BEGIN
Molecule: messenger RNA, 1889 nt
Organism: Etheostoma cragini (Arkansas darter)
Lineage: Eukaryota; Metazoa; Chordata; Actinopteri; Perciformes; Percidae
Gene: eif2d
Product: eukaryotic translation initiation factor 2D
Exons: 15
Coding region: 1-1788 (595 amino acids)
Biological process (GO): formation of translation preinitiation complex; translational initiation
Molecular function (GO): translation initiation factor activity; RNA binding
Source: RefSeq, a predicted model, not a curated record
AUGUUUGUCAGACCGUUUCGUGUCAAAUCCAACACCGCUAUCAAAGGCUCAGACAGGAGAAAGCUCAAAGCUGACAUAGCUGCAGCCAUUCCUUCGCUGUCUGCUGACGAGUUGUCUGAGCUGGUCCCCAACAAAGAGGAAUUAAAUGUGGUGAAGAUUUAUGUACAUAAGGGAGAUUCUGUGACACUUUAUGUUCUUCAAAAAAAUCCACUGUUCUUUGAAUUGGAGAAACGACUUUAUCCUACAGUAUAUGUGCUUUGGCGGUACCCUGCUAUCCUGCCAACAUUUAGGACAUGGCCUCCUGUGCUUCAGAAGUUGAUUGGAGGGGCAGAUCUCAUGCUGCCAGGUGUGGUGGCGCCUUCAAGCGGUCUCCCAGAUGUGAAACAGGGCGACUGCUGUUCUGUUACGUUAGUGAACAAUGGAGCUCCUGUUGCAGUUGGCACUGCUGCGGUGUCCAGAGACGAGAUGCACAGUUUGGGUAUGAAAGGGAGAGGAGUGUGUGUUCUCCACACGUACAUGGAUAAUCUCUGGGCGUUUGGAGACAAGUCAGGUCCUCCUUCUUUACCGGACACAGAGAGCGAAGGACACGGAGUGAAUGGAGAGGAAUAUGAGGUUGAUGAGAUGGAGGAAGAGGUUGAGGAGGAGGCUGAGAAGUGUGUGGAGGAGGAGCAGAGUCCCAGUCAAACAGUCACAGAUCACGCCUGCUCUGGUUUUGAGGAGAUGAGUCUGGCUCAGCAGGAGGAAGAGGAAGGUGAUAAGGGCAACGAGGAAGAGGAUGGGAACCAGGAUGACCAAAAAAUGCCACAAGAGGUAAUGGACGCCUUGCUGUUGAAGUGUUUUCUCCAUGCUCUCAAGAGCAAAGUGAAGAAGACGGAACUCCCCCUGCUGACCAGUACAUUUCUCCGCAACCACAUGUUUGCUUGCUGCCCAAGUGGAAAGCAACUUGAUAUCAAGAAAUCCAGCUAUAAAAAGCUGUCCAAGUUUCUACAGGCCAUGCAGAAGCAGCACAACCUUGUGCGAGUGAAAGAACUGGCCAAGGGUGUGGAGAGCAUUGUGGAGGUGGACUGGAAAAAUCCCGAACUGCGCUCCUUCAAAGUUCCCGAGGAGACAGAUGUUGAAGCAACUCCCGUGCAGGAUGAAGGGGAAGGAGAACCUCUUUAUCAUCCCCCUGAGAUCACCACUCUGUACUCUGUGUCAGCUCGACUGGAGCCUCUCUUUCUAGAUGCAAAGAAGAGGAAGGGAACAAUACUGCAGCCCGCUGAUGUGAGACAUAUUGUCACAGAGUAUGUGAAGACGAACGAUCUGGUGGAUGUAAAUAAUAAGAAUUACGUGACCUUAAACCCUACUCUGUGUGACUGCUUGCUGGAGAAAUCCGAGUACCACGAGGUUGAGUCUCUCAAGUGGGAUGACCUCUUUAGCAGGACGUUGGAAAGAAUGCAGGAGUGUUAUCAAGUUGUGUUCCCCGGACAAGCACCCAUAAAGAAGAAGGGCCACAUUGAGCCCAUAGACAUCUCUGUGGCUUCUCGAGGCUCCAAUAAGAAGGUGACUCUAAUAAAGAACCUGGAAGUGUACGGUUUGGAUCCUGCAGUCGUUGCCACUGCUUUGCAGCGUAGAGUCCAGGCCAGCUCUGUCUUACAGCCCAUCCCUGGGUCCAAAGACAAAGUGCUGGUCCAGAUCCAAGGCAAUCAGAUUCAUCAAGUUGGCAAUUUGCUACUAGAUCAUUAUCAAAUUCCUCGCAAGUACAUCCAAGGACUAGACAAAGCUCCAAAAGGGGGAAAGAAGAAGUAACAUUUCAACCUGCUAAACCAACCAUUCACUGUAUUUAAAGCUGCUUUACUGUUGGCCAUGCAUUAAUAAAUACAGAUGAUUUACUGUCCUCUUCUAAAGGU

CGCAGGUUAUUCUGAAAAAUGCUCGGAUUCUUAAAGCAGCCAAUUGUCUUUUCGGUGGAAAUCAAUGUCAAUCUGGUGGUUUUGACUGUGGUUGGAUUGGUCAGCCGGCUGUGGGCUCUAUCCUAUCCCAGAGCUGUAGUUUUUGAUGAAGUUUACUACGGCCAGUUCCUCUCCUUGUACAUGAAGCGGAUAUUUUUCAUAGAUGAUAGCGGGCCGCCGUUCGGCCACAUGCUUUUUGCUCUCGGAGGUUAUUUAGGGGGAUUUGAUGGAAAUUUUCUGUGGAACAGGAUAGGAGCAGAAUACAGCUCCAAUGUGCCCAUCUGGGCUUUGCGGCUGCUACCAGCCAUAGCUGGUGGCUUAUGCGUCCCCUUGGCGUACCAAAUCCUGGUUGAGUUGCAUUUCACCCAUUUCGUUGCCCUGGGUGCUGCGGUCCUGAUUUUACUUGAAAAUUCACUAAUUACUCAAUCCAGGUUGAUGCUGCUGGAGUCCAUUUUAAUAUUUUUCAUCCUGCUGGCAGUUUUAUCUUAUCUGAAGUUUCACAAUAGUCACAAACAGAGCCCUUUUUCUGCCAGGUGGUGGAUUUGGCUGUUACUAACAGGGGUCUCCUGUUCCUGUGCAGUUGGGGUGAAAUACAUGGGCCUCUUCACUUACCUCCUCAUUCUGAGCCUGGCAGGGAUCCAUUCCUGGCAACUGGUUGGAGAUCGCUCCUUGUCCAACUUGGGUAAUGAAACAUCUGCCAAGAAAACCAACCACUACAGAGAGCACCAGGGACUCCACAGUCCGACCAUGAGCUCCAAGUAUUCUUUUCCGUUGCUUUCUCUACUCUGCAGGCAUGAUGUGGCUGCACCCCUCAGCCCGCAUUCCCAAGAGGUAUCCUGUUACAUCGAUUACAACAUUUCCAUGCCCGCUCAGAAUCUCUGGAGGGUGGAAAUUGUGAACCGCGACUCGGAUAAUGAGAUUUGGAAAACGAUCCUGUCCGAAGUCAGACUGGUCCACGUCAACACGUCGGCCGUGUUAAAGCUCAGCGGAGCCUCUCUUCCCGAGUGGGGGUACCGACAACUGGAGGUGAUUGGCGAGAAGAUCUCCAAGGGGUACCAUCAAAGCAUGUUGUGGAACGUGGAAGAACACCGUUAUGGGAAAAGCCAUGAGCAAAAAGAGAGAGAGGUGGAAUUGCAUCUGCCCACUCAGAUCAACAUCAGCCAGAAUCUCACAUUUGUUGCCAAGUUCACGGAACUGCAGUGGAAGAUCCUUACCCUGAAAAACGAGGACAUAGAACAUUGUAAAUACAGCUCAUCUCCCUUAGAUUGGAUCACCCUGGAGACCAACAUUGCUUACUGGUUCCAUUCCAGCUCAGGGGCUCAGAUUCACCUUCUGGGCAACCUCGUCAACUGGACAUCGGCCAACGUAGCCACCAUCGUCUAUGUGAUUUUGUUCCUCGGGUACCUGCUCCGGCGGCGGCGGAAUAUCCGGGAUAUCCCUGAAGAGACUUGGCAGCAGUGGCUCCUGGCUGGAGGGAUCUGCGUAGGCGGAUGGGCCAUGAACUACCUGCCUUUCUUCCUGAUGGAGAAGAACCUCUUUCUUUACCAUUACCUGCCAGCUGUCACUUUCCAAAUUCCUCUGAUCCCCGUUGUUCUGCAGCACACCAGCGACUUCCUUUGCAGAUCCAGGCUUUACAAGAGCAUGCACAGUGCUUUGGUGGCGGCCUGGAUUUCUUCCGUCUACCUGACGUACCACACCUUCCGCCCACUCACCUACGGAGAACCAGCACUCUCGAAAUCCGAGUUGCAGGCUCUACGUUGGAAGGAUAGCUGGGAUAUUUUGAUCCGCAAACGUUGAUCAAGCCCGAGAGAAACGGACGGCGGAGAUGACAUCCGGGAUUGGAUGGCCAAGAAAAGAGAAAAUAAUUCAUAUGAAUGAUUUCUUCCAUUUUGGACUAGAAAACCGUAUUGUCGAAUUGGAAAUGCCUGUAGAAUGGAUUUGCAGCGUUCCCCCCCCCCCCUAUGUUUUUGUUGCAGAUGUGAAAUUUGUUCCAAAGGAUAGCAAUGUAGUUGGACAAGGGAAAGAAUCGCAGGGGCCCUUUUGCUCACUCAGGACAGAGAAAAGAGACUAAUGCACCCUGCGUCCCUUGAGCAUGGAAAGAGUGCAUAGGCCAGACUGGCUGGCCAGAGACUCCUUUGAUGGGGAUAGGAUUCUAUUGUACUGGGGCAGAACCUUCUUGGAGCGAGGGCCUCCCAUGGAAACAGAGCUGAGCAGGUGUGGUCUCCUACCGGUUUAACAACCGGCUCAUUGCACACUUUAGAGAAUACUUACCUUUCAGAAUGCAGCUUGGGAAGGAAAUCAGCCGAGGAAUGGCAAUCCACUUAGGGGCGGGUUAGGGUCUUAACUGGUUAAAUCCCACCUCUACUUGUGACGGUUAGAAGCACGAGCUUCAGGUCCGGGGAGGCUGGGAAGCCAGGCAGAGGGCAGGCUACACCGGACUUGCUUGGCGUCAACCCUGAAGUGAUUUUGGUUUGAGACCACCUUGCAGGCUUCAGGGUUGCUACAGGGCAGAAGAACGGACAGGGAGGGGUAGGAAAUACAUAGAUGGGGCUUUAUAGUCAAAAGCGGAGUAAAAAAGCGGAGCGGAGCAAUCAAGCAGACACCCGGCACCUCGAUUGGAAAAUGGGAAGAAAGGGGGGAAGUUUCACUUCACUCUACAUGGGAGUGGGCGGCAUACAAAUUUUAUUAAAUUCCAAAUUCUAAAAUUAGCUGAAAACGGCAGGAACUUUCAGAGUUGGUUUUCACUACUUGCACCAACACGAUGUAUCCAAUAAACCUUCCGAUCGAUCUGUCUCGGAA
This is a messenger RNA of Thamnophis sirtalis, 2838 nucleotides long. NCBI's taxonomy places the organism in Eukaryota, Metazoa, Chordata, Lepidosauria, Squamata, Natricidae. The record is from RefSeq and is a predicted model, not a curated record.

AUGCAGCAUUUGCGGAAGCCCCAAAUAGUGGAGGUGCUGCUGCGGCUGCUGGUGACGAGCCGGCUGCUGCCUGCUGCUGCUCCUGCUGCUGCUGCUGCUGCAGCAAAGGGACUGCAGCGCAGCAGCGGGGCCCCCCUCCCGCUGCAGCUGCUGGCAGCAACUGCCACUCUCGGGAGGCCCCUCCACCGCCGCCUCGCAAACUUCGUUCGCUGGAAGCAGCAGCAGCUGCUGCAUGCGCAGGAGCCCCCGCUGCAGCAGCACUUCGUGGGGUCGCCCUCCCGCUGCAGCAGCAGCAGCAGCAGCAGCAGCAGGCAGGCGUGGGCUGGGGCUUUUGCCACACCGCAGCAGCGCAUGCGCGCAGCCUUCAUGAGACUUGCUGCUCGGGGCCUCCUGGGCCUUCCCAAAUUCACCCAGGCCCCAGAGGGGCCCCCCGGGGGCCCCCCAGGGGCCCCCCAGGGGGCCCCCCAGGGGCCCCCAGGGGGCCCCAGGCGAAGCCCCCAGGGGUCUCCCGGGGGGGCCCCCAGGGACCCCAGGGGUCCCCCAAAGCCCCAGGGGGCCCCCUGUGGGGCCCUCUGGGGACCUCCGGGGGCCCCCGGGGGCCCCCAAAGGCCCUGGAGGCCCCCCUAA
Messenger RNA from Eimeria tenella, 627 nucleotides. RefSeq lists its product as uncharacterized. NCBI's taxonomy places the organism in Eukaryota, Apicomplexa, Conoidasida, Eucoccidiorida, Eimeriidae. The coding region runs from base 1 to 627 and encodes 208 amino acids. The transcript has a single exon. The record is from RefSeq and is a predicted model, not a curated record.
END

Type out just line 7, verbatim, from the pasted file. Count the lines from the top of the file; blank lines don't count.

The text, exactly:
Coding region: 1-1788 (595 amino acids)